Jesus said, I am not afraid of Herod. I am not even afraid of death if it comes in the pursuit of righteousness. I will continue to do my work.
King Herod, the fox, if he wanted to find Jesus, would find him in Jerusalem where Kings had a habit of killing God’s prophets. After all it was Herod who had called for the beheading of the prophet John the Baptist. Then, Jesus did something which we don’t often see prophets do after they condemn others. Jesus wept. He wept for the city, the great city of Jerusalem, the capital of a country not much bigger than from here to St. Cloud.
Jesus wept for the city: “Jerusalem, Jerusalem, killing the prophets and stoning the messengers of God, how often would I have desired to gather your children together as a hen gathers her brood under her wings, but you were not willing.” You who had been so drunken and perverted by the powers and principalities of this world.
What would Jesus lament today: “Jerusalem, Washington, Bogotá, Managua, Baghdad, Moscow, Christchurch, St. Paul, you kill the innocents in the name of God or the name of your false sense of superiority, you demonize the poor, the immigrant, the people of a different religion. When will the killing stop?”
And then God in Jesus will lament once again, “How I would have loved to gather you all together as a mother hen gathers her chicks.” This mother hen is like God. The hen protects the chicks from the predators. Hear this, God is a lot more like a mother hen than like a foxy predator. And until we recognize this discrepancy, we will continue to try to conquer each other instead of protect each other.
The book of Revelation sees Jesus as a vegetarian lamb, not as a predatory beast. Evil, we know, has a way of imploding and sucking us down into its vortex. Our job is to swim against that current, not by ourselves, but with others by our side who can help us make sense of it and point us in a better direction.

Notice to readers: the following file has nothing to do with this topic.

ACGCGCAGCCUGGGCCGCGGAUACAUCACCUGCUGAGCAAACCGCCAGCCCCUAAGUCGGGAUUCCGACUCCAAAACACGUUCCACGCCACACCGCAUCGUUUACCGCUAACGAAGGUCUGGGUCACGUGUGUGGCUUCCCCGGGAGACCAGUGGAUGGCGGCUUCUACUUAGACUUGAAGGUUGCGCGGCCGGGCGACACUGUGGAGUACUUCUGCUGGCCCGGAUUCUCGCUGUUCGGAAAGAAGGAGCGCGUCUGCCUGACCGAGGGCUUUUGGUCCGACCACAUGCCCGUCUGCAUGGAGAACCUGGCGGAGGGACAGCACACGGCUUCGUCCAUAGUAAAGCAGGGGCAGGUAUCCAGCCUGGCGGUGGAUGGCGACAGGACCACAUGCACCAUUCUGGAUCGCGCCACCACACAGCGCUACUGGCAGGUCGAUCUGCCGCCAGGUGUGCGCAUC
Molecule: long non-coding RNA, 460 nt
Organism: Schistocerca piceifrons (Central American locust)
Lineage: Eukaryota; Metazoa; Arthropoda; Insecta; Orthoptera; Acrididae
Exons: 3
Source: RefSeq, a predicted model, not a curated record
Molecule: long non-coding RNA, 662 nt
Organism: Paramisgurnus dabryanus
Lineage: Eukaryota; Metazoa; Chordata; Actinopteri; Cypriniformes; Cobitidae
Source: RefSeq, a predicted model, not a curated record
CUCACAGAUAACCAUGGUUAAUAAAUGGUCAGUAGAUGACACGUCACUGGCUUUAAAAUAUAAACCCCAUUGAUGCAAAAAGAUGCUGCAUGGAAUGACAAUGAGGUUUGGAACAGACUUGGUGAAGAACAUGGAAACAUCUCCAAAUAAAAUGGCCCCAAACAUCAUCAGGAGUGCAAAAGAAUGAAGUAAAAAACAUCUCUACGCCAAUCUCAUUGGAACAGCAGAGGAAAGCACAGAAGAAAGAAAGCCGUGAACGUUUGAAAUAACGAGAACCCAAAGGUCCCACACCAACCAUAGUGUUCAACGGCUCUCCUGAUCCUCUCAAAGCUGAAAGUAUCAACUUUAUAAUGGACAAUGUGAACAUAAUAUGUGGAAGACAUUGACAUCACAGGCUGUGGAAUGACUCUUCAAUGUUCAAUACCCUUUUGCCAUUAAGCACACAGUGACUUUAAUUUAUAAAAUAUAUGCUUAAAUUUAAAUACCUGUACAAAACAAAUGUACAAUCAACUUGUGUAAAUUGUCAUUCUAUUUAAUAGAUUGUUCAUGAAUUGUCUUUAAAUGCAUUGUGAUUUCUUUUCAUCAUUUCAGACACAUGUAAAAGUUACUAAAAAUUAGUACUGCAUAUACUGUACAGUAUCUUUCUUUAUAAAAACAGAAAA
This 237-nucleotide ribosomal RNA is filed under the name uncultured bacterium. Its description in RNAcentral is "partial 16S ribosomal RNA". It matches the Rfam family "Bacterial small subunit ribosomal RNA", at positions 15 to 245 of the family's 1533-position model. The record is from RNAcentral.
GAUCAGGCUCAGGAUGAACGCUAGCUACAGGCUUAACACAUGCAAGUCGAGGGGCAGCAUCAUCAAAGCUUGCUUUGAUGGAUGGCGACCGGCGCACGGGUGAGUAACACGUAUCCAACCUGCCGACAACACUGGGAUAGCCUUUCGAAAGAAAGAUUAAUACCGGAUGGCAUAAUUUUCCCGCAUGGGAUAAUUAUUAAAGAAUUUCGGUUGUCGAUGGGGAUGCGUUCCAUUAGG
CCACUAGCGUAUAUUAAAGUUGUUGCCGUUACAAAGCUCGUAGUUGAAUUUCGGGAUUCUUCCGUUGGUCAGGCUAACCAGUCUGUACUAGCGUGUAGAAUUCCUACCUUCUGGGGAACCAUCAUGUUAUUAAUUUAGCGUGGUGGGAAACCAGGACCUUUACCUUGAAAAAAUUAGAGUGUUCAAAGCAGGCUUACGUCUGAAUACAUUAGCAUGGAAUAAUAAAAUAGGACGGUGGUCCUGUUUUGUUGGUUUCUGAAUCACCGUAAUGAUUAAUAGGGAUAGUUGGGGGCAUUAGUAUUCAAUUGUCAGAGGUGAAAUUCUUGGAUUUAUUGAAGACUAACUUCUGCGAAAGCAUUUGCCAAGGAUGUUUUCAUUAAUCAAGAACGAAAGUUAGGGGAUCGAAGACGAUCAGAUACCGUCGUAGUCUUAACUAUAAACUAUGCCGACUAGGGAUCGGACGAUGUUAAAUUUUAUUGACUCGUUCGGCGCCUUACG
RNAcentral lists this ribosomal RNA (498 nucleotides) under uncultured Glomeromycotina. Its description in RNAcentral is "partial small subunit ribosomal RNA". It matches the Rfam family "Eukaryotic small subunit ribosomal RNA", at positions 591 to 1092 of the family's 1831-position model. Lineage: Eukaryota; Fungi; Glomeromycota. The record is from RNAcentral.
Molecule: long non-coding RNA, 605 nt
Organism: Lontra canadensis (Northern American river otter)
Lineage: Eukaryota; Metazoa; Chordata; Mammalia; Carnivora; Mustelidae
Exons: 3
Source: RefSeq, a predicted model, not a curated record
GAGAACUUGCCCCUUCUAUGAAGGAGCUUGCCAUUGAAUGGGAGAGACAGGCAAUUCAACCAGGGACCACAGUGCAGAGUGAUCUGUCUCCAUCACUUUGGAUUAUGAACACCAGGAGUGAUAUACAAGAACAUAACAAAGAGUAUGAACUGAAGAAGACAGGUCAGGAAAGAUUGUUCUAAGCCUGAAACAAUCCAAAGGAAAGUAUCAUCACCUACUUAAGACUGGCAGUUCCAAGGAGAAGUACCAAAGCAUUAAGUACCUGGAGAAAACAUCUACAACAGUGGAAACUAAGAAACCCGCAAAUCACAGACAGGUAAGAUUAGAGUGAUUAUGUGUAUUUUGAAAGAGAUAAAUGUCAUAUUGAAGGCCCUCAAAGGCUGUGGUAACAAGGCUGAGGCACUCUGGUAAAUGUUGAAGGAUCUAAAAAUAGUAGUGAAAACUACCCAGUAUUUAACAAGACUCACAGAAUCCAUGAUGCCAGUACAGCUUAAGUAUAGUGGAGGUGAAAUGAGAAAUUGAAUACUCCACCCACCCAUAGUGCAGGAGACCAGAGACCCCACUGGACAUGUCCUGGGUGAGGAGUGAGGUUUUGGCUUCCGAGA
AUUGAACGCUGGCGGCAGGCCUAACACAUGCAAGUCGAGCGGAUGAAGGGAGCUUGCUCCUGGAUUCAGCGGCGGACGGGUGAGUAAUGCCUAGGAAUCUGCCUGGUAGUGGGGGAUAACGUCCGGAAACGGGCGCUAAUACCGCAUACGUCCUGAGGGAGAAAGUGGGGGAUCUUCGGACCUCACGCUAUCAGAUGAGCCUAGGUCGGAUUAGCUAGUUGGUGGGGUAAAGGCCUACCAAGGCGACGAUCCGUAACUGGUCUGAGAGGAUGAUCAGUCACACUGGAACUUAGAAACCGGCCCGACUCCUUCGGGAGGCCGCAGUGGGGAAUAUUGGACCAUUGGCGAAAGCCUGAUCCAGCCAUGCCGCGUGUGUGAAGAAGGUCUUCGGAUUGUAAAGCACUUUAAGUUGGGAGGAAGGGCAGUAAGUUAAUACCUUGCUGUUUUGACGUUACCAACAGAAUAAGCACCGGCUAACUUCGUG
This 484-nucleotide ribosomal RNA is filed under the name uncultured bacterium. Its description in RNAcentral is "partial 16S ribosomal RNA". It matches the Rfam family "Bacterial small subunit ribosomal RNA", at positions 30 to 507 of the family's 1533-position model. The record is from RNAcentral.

This weekend across the world, people are gathering to worship and pray. Some of our Muslim friends are praying in mosques surrounded by Christians and Jews and people of good will with no religious faith. They are standing there like hens keeping at bay the predators. The Biblical life is a risky life. But it is also a life worth living because it helps us know how to respond when all hell breaks loose. What you do is, you resist the temptation to go it alone. You resist the temptation to hide in your own safe space. You seek out others who might also be lamenting. You seek out others who might give you some ideas about how to respond. You seek out others who might give you some hope. And you look to God who, like that mother hen, has gathered us all together.
And together we pray.
We consider scripture and put ourselves in the larger story of fighting between powers and principalities. We lift up our voices in song knowing that even when all hell is breaking loose, we can make a beautiful joyful noise together. “The Lord is my Light and Salvation. Of whom shall I be afraid?” It’s not only an act of beauty. It’s an act of defiance. When the foxes are out there, remember that we are called to be the hens protecting our brood, reproducing and loving well. And we lament and we pray together.
As the bell choir comes up here. I’d like us to consider the innocents who have been killed and our place in lament and solidarity with all victims of violence. May we do everything in our power to create a world where peace reigns and violence is a distant memory of a brutal past.
The piece we are going to play was written after the shooting in June of 2016 at the Pulse night club in Florida. Forty-nine people lost their lives that night. Michael Helman, the writer of the piece says,
This piece is dedicated to the 49 individuals who were killed at the Pulse Night Club on June 12, 2016, as well as to their families, friends, and loved ones. However, this piece is also dedicated to students and teachers who have been killed and injured in what they thought was a safe haven; college students who thought their campuses were secure; people shot or bombed in their houses of worship; families maimed and killed in airports, shopping malls, and on busy streets by people with bombs strapped to their bodies and all those who mourn their loss. It is also dedicated to you and me, because a little bit of us dies every time we hear of another shooting or bombing on the news. This is a “Prayer for the Innocents” all across the world.